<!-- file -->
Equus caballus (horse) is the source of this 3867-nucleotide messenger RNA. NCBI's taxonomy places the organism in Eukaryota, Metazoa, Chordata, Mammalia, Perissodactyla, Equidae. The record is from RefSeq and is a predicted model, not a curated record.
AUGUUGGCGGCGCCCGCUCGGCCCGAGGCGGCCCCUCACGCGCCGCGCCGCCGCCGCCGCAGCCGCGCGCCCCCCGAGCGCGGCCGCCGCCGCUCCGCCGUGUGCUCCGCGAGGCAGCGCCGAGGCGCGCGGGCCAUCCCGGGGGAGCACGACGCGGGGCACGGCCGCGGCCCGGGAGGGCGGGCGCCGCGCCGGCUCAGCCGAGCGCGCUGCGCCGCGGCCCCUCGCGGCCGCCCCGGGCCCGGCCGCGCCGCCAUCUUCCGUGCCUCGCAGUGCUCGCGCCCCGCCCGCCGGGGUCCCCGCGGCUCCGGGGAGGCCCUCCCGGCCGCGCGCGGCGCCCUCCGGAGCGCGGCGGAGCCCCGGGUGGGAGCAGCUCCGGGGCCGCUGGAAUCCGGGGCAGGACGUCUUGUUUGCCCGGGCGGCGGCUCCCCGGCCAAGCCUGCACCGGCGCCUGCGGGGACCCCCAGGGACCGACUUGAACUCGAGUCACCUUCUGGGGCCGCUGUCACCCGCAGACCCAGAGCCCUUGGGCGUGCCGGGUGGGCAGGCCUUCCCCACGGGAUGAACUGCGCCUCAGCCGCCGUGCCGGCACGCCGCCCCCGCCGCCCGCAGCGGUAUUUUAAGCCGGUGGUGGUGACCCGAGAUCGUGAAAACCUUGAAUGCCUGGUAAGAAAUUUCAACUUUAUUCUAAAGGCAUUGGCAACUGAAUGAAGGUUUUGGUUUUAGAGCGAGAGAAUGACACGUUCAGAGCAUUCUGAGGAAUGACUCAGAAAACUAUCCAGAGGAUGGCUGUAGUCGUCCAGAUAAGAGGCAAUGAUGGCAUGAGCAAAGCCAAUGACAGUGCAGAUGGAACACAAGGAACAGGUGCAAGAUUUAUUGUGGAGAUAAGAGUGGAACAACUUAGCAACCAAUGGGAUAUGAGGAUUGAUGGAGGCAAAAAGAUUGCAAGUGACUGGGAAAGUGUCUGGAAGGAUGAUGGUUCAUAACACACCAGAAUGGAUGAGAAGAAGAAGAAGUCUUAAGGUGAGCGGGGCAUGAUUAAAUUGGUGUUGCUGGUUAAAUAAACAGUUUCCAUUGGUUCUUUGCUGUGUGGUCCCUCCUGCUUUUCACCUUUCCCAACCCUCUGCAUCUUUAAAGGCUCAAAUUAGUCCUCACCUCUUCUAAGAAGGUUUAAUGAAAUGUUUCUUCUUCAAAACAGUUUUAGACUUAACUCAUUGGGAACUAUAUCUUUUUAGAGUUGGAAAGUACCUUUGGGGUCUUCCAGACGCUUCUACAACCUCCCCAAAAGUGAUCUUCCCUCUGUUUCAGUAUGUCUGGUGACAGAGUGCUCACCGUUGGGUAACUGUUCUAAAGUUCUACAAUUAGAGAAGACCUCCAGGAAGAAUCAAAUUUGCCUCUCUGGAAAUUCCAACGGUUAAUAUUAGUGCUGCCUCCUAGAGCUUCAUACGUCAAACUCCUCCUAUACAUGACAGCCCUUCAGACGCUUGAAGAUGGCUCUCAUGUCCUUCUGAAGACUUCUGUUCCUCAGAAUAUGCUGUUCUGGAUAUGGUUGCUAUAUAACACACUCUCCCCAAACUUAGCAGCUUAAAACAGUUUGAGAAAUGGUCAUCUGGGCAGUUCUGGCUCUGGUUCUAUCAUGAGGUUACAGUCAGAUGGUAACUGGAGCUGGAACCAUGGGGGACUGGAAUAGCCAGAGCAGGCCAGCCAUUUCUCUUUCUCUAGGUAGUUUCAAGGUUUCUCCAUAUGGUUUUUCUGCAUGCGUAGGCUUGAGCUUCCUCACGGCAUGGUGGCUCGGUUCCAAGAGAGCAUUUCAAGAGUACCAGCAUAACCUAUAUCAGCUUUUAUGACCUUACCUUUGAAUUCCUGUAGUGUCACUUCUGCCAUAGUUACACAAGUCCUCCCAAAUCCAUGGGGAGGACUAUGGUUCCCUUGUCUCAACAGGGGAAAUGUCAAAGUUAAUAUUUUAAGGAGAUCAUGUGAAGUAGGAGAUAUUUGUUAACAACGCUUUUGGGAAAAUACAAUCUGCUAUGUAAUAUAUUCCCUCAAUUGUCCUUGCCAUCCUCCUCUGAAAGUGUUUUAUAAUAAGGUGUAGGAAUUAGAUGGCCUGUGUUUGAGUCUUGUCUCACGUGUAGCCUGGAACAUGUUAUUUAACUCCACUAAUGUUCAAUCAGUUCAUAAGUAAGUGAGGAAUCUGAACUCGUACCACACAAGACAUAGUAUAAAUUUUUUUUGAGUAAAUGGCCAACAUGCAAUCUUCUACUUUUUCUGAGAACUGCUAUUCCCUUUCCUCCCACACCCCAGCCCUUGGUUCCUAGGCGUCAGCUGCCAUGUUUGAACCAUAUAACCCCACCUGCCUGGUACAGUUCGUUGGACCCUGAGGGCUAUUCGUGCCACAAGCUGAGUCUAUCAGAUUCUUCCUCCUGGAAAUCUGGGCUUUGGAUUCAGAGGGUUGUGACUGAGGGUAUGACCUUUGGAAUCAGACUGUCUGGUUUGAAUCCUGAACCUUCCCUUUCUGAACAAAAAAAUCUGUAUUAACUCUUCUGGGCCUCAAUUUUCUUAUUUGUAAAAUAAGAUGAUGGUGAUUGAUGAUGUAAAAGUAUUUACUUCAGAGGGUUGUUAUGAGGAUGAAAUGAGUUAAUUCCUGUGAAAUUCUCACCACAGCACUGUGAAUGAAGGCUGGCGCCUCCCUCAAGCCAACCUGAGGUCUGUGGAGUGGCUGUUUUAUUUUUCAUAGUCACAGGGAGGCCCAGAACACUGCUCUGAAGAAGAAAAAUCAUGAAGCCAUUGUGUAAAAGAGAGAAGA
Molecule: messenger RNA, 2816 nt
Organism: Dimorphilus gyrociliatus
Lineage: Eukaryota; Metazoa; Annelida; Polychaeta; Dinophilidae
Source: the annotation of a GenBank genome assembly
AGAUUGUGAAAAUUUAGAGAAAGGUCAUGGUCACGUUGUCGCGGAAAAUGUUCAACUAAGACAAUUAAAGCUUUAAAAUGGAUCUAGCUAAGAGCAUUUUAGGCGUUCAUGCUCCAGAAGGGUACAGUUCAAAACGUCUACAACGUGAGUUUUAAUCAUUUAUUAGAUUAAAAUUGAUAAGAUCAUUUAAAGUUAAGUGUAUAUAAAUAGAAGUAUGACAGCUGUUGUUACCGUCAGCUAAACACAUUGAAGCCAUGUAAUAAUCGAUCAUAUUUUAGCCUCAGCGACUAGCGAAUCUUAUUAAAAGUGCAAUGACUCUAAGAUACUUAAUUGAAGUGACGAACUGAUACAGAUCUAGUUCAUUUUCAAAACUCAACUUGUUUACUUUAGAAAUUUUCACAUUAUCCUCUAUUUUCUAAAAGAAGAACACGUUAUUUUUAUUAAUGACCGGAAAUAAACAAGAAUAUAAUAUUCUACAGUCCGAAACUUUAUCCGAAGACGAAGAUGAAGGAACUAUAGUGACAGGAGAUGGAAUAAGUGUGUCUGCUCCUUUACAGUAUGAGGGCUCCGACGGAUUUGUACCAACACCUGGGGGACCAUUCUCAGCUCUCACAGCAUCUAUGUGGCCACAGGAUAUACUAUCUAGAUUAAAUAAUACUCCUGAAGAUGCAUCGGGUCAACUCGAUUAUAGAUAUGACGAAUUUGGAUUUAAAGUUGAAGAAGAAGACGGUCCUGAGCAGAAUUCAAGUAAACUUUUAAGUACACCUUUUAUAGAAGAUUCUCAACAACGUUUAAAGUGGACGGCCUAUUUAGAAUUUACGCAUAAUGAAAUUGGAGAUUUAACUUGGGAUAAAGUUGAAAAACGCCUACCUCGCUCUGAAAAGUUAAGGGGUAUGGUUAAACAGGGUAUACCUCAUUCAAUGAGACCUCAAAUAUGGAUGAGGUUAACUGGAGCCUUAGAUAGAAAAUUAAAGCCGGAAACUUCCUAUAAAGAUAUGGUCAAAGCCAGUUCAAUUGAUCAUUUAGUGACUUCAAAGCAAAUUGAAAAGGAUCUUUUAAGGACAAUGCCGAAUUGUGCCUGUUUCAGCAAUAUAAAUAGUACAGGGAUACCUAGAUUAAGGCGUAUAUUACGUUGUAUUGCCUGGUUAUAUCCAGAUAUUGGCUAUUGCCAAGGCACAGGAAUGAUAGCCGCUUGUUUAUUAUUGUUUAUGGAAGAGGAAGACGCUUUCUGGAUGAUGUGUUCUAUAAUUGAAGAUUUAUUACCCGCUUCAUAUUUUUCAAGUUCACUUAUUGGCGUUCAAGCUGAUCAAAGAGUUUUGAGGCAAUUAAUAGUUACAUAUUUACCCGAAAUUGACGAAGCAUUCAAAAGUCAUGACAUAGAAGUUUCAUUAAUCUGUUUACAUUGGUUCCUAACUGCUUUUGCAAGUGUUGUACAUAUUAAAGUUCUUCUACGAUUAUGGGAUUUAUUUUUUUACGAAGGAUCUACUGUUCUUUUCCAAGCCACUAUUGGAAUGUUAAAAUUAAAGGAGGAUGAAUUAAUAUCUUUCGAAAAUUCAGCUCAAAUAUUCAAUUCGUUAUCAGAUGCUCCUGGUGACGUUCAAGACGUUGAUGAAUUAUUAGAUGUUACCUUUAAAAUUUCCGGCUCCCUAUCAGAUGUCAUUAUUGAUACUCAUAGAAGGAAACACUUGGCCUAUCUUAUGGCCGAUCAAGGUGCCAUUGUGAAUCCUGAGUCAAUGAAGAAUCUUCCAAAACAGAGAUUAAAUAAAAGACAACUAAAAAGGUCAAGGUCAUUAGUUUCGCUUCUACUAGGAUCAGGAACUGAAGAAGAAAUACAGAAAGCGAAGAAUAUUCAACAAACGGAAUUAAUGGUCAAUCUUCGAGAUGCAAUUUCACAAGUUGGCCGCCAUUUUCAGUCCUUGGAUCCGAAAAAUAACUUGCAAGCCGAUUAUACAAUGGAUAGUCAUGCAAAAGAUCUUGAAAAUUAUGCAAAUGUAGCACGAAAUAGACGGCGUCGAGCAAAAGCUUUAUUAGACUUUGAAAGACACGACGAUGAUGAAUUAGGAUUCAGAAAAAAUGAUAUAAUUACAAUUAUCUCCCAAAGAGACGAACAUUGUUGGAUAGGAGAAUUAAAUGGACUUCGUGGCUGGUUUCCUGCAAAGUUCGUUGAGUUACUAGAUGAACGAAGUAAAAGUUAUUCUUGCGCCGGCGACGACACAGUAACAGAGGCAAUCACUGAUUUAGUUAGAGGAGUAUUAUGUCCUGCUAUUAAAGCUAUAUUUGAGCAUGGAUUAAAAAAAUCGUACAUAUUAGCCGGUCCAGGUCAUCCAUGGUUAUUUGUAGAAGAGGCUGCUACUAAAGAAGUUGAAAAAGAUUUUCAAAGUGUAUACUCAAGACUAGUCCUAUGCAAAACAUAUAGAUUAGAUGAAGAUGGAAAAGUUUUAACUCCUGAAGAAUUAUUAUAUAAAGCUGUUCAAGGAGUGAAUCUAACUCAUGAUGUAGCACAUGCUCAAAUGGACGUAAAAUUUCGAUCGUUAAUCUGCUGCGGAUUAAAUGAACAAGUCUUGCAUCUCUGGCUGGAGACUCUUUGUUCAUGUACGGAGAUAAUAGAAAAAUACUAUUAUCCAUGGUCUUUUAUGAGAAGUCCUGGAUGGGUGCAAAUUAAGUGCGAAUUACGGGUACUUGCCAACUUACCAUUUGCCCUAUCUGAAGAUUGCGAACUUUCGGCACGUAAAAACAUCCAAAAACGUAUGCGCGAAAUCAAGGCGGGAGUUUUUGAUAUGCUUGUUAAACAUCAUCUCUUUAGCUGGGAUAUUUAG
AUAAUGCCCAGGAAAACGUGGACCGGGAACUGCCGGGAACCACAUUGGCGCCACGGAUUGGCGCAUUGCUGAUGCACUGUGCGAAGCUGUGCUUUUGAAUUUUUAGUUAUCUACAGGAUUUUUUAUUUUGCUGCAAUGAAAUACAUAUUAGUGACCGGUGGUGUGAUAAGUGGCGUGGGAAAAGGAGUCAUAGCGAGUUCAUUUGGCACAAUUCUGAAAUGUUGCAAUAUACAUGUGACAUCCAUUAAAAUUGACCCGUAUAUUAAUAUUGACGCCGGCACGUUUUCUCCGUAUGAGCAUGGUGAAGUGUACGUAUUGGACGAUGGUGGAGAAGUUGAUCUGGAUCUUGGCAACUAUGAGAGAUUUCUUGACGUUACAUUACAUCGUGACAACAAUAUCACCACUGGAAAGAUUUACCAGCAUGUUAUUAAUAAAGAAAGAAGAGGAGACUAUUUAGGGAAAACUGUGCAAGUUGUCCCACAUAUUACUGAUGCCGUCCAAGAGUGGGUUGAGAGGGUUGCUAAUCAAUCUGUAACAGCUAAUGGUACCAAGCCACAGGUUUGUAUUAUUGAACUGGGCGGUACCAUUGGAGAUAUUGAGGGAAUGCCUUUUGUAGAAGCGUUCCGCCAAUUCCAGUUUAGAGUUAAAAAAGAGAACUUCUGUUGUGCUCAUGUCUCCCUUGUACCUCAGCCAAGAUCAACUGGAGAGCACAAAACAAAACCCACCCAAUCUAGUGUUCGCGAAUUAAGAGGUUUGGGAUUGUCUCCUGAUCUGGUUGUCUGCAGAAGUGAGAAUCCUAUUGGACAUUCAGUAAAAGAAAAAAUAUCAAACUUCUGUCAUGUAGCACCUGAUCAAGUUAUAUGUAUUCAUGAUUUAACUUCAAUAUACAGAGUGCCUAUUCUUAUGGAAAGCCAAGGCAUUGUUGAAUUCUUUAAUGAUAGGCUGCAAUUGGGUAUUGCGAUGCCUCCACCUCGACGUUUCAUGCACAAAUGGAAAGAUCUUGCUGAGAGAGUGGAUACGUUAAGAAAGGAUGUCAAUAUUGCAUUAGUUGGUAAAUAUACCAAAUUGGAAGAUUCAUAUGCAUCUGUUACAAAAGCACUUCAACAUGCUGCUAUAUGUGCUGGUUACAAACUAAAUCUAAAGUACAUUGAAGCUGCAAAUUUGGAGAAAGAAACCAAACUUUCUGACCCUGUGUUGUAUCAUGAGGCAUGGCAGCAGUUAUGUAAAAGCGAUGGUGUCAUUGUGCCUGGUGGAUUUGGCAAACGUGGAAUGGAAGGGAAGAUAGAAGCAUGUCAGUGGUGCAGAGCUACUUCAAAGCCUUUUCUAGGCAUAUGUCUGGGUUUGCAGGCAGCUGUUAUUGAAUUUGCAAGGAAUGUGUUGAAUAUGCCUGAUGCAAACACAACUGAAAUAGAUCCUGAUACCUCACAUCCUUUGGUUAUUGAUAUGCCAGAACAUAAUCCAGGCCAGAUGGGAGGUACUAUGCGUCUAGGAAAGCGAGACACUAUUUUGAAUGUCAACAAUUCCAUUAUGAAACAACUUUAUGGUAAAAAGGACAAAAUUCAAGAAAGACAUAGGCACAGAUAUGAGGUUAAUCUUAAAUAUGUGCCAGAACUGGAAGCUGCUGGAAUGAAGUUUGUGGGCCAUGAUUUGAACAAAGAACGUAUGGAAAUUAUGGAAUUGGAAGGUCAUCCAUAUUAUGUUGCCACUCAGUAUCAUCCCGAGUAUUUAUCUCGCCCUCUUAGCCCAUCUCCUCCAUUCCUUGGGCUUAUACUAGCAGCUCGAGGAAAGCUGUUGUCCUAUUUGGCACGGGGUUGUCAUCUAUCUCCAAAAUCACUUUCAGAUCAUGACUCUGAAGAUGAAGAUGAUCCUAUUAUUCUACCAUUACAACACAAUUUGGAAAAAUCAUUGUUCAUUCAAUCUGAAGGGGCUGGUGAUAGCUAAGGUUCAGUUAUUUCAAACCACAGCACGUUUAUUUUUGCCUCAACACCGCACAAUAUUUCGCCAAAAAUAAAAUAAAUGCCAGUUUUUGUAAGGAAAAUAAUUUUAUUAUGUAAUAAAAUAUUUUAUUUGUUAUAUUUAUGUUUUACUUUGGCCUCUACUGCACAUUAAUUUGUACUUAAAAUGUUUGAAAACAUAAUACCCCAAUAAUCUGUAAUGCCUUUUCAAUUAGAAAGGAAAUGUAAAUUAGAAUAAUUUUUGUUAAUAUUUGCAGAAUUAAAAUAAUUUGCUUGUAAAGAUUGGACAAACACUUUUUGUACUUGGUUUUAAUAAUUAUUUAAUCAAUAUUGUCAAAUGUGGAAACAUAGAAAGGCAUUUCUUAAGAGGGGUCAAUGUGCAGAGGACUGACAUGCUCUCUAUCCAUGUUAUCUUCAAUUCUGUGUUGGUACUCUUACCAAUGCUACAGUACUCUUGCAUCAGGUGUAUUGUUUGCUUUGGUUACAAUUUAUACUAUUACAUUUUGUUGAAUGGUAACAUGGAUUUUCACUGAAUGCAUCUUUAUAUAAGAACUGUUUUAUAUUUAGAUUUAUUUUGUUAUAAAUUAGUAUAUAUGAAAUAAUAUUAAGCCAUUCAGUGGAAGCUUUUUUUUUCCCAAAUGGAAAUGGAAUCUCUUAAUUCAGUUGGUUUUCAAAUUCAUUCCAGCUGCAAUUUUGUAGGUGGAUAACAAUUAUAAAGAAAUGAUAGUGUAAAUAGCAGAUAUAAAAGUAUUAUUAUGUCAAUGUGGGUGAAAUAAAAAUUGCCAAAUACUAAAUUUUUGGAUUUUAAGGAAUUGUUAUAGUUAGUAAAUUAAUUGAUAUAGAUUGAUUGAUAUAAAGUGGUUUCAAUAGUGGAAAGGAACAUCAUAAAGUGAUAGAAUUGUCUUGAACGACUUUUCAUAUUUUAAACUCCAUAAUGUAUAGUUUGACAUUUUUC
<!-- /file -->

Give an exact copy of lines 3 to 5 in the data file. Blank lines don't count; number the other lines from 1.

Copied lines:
Molecule: messenger RNA, 2816 nt
Organism: Dimorphilus gyrociliatus
Lineage: Eukaryota; Metazoa; Annelida; Polychaeta; Dinophilidae